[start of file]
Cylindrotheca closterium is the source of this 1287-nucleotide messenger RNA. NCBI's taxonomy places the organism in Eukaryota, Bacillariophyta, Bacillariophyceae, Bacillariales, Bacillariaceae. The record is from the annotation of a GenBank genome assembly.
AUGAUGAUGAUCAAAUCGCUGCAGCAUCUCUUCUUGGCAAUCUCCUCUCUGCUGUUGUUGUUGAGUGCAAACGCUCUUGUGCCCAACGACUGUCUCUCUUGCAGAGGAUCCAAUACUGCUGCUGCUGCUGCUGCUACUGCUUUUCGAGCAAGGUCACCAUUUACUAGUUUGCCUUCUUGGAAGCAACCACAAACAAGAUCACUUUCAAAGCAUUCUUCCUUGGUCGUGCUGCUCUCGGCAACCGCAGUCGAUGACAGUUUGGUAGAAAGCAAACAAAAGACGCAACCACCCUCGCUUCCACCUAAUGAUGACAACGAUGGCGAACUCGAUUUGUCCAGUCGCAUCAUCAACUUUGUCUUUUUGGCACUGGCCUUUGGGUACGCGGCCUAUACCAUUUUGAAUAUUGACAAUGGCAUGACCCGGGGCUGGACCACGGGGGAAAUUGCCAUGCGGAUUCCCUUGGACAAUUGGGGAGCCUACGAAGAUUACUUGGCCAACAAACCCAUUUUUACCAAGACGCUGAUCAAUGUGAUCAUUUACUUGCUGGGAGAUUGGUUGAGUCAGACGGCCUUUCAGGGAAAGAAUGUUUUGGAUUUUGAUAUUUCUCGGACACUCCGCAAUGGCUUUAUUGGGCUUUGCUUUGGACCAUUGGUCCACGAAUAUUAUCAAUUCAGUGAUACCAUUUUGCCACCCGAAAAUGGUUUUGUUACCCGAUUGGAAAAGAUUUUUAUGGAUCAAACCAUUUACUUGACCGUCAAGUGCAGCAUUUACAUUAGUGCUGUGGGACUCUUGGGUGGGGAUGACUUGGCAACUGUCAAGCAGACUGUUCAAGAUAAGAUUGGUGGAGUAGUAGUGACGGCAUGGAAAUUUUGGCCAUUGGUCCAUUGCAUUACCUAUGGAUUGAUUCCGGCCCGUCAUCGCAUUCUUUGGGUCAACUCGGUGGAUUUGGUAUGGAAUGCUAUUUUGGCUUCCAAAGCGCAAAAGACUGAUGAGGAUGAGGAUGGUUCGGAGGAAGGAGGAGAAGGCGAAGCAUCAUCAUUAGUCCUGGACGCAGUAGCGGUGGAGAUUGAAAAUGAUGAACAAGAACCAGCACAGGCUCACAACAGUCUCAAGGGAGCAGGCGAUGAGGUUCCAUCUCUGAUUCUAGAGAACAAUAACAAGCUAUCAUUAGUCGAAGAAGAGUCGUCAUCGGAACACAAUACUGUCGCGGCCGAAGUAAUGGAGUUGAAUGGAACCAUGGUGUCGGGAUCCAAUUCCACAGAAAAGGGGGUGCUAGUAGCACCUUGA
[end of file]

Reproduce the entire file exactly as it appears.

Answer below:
Cylindrotheca closterium is the source of this 1287-nucleotide messenger RNA. NCBI's taxonomy places the organism in Eukaryota, Bacillariophyta, Bacillariophyceae, Bacillariales, Bacillariaceae. The record is from the annotation of a GenBank genome assembly.
AUGAUGAUGAUCAAAUCGCUGCAGCAUCUCUUCUUGGCAAUCUCCUCUCUGCUGUUGUUGUUGAGUGCAAACGCUCUUGUGCCCAACGACUGUCUCUCUUGCAGAGGAUCCAAUACUGCUGCUGCUGCUGCUGCUACUGCUUUUCGAGCAAGGUCACCAUUUACUAGUUUGCCUUCUUGGAAGCAACCACAAACAAGAUCACUUUCAAAGCAUUCUUCCUUGGUCGUGCUGCUCUCGGCAACCGCAGUCGAUGACAGUUUGGUAGAAAGCAAACAAAAGACGCAACCACCCUCGCUUCCACCUAAUGAUGACAACGAUGGCGAACUCGAUUUGUCCAGUCGCAUCAUCAACUUUGUCUUUUUGGCACUGGCCUUUGGGUACGCGGCCUAUACCAUUUUGAAUAUUGACAAUGGCAUGACCCGGGGCUGGACCACGGGGGAAAUUGCCAUGCGGAUUCCCUUGGACAAUUGGGGAGCCUACGAAGAUUACUUGGCCAACAAACCCAUUUUUACCAAGACGCUGAUCAAUGUGAUCAUUUACUUGCUGGGAGAUUGGUUGAGUCAGACGGCCUUUCAGGGAAAGAAUGUUUUGGAUUUUGAUAUUUCUCGGACACUCCGCAAUGGCUUUAUUGGGCUUUGCUUUGGACCAUUGGUCCACGAAUAUUAUCAAUUCAGUGAUACCAUUUUGCCACCCGAAAAUGGUUUUGUUACCCGAUUGGAAAAGAUUUUUAUGGAUCAAACCAUUUACUUGACCGUCAAGUGCAGCAUUUACAUUAGUGCUGUGGGACUCUUGGGUGGGGAUGACUUGGCAACUGUCAAGCAGACUGUUCAAGAUAAGAUUGGUGGAGUAGUAGUGACGGCAUGGAAAUUUUGGCCAUUGGUCCAUUGCAUUACCUAUGGAUUGAUUCCGGCCCGUCAUCGCAUUCUUUGGGUCAACUCGGUGGAUUUGGUAUGGAAUGCUAUUUUGGCUUCCAAAGCGCAAAAGACUGAUGAGGAUGAGGAUGGUUCGGAGGAAGGAGGAGAAGGCGAAGCAUCAUCAUUAGUCCUGGACGCAGUAGCGGUGGAGAUUGAAAAUGAUGAACAAGAACCAGCACAGGCUCACAACAGUCUCAAGGGAGCAGGCGAUGAGGUUCCAUCUCUGAUUCUAGAGAACAAUAACAAGCUAUCAUUAGUCGAAGAAGAGUCGUCAUCGGAACACAAUACUGUCGCGGCCGAAGUAAUGGAGUUGAAUGGAACCAUGGUGUCGGGAUCCAAUUCCACAGAAAAGGGGGUGCUAGUAGCACCUUGA